Score results for a job test should be available to the test taker.

As I mentioned the other day, I got dinged on an Intuit “Ask a Tax Expert” position. It came as a standard form e-mail from a Dahlia Knott, and no further contact information.

Someone within Intuit who noticed that I have been talking about this was kind enough to send me more e-mail. There was mentioned a possibility about a score on an online test. (No confirmation – that was the last I heard.)

Let me tell you about the test. It was two parts. One was intermediate-level tax questions, and the second was grammar in the context of sending out IMs and messages over the internet.

The test must be done within one hour. There are 25 tax questions, and an unspecified number of grammar questions. When you are doing the tax portion, you don’t know that the grammar portion is relatively easy (if you know writing), so you can easily screw yourself by not devoting enough time to the tax problems.

Out of the 25 questions, I know I got one wrong. It involved “unreimbursed partnership expenses” which are reported on Schedule E. I am fairly confident about the other twenty-four, but I could see having missed some, too.

Since it is an online test, they encourage you to use search engines and IRS.gov. It is thus “open book”. You don’t know whether the goal is to find out how quickly you can find the answer. It’s a strange test.

When I do tax returns during the season, they are mostly for friends, family and close associates who I have helped through the years. They are at least 1040 (not 1040A or 1040EZ, which I would just teach you how to do). And financial planning goes in with it. For a lot of people the tax mistakes are not having a tax strategy–and I don’t mean like the Americans in Japan who don’t file. I mean make the rules—which, yes, favor the top 1% more than the rest of us— work as best you can.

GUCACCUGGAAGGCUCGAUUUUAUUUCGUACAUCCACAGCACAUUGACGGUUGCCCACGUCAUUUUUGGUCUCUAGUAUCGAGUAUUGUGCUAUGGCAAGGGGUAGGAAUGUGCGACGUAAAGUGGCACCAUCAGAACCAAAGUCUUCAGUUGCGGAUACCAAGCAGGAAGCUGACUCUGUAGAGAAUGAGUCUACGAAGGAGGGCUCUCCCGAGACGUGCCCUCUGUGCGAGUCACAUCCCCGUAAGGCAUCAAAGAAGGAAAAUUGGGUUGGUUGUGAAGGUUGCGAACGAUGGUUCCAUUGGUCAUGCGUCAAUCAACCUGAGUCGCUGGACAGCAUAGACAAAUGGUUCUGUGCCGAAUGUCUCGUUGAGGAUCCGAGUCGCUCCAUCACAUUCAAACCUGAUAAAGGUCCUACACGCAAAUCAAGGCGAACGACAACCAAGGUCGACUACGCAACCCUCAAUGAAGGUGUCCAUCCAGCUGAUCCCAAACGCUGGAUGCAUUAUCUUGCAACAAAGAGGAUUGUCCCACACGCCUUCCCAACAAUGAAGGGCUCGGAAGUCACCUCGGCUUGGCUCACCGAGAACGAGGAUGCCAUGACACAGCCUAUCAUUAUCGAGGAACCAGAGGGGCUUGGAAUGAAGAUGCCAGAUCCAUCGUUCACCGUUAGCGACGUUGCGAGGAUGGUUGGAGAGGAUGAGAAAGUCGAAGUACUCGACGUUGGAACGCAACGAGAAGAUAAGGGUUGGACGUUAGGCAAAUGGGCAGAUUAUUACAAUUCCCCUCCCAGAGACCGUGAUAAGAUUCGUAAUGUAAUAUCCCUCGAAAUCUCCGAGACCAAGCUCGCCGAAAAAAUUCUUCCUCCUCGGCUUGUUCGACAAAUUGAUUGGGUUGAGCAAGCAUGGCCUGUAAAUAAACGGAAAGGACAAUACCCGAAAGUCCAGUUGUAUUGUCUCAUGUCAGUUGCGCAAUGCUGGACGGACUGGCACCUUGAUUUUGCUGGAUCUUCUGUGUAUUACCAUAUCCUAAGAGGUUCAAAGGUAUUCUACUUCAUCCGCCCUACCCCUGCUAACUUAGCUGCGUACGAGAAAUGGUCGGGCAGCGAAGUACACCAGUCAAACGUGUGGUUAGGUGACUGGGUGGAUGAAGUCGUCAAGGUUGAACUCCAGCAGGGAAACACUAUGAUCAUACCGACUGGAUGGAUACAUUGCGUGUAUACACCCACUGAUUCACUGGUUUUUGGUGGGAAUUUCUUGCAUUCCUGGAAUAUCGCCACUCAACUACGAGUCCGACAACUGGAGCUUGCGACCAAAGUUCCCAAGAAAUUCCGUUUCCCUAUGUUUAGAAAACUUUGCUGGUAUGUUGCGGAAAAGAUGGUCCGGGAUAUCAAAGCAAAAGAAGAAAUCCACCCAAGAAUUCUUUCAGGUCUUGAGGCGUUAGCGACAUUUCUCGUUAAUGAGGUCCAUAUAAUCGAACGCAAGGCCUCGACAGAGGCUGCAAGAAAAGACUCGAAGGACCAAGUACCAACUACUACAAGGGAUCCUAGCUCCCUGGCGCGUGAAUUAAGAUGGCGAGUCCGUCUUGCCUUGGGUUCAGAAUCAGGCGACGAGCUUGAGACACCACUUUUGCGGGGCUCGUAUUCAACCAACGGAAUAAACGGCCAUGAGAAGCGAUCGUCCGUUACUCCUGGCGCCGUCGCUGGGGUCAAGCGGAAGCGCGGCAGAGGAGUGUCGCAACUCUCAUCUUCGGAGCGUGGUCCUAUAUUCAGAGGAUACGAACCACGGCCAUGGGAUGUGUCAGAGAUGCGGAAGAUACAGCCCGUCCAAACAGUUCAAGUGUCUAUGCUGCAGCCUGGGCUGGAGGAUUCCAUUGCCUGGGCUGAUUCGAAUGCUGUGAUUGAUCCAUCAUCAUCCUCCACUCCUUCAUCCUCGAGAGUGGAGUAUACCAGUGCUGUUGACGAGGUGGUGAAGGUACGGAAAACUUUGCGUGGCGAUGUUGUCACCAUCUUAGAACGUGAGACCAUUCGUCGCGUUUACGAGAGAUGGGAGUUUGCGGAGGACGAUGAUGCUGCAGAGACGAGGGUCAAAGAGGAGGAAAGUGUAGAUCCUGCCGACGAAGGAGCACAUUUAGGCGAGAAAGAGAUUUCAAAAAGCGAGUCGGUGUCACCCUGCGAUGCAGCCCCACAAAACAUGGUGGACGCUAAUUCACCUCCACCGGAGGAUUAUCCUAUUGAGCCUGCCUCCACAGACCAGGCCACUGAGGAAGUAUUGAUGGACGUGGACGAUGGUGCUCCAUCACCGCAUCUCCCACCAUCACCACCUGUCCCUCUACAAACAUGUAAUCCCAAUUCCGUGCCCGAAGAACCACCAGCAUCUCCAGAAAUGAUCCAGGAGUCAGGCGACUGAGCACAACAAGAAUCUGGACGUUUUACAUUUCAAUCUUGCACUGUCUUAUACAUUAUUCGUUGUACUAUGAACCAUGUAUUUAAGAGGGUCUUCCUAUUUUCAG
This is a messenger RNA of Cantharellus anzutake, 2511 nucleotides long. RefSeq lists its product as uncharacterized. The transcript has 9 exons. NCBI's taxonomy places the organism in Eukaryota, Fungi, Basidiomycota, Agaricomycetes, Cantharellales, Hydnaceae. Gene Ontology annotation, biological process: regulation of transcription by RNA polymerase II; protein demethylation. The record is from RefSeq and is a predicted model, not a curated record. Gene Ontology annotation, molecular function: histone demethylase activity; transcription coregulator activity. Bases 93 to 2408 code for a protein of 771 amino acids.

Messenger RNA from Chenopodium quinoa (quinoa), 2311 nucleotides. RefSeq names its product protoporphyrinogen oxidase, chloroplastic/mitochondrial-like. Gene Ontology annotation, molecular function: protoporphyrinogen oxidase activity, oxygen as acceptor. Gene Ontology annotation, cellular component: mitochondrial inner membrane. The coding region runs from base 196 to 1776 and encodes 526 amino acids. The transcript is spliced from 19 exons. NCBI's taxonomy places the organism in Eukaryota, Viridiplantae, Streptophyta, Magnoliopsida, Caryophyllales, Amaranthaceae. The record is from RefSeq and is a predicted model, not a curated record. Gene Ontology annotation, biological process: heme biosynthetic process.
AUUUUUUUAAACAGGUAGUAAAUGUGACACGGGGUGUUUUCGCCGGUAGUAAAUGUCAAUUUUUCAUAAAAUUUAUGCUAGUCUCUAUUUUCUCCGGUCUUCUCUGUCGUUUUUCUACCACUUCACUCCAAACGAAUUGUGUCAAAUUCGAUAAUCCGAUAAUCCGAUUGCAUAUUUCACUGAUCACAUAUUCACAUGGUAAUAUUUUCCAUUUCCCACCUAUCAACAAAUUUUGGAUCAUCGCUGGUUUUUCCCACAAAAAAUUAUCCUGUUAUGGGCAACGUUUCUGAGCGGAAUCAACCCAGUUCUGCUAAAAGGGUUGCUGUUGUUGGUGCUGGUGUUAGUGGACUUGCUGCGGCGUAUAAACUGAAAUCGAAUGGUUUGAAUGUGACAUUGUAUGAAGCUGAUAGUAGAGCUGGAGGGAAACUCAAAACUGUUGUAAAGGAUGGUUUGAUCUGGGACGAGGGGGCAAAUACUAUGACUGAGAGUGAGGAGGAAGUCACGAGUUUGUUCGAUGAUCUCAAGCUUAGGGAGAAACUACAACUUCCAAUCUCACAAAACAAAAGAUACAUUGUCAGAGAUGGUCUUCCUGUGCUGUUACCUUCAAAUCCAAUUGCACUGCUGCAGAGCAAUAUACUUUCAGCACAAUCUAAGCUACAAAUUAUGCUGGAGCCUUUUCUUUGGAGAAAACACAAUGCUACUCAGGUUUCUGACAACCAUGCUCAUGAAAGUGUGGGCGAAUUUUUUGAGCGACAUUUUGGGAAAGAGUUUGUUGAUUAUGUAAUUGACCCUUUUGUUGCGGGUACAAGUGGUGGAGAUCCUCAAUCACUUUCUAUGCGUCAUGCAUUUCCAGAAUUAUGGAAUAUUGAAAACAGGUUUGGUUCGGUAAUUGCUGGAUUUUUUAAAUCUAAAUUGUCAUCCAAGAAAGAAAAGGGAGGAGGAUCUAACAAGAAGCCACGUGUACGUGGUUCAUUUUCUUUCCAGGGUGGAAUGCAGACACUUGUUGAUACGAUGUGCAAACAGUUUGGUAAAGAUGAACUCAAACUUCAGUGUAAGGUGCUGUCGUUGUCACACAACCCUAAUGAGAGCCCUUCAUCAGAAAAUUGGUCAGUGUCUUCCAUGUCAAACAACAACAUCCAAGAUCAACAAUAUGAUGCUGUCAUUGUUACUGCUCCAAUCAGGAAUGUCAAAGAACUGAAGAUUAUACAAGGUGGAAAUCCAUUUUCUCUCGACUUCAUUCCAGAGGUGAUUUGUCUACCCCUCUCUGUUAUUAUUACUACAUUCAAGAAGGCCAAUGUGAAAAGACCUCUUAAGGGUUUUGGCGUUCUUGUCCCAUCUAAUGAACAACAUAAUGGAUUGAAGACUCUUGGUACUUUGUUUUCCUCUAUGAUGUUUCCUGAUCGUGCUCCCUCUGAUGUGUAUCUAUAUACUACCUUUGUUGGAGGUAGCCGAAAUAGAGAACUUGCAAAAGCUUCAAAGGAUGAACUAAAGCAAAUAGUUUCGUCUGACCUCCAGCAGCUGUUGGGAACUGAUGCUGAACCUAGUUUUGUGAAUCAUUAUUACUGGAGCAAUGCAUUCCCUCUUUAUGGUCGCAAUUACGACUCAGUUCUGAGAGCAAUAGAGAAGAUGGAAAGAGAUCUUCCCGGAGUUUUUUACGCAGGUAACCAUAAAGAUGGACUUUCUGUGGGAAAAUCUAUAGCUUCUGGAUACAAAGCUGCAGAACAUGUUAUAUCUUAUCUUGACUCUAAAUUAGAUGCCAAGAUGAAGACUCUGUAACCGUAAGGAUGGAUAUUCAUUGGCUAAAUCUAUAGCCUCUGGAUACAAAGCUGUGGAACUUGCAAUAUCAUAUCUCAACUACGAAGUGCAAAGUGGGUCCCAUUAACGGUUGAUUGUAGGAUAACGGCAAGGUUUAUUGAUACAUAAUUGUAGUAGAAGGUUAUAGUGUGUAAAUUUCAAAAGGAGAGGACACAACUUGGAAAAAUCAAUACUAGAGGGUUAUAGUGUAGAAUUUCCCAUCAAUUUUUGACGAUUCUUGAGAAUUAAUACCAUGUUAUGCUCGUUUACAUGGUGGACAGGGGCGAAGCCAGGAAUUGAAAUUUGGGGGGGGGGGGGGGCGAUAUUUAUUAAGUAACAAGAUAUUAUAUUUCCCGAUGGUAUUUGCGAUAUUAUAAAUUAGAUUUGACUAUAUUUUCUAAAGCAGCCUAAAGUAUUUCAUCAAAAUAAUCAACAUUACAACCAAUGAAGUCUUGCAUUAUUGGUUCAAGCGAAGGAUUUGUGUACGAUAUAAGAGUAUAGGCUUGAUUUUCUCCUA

So I am always looking into issues concerning tax law, working with the forms again and again, and keeping on top of the various changes. I can’t see having gotten a large number of those tax questions wrong.

I asked during the telephone interview if I could know what questions I got wrong. I would think it is a matter of professional courtesy that, ehem, the other professionals would point that out to a test taker. But, you know, no way am I going to get the result.

If I knew I had had the time, I would have screen shot each page, and then at least I’d have a record of the test.

If you are visiting me in the future and you searched on “Ask a Tax Expert” or Turbotax or what have you, shoot me out an e-mail and let me know what you thought of that test, if you also took it.

I may not know Publication 1040 from the phone book, but when it comes to some things along the way, I am experienced.

[Note: Credit to the artist who came up with the nifty cartoon above. I have tried to find the original, so that I can put in a link.]

[Note #2: I obviously know 1040 from a phone book, but I don’t like it when someone insinuates I don’t . . . ]

[Note #3: I have been asked if I know how much the Ask a Tax Expert positions are paying. I was told $16 to $20/hour. There is an amorphous $8400 bonus for completing the season. I say, amorphous, because I heard from sources that it starts at $8400, and then goes DOWN every time a customer says something negative, or if the management feels you didn’t do something right. I don’t know about that exactly, but it sounds like a cumbersome carrot if they start you with a high “theoretical” bonus, and then eat away at it.

I will have more to say about the concept of tax advice over the internet in a few days.]

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3 comments

  1. Pingback: Hello to my Intuit reader! | Hoofin to You!
  2. Marc Youngblood · January 2, 2016

    Informative and pithy…enjoyed the “wordsmithing” and alliterations. I too am applying to Intuit for a Seasonal job. I’m an Enrolled Agent and have a few years experience. I was curious about the breadth of the test and how in-depth they got…but thanks for your insight…Marc

    • hoofin · January 25, 2016

      I’m not a big fan of Intuit. In other countries, that kind of function would be nationalized. I am now in private practice, so they are just a competitor misleading people as to what it takes to know the tax code and do the right kind of planning. I feel bad that I ever did an interview with them, but it was the Recession.

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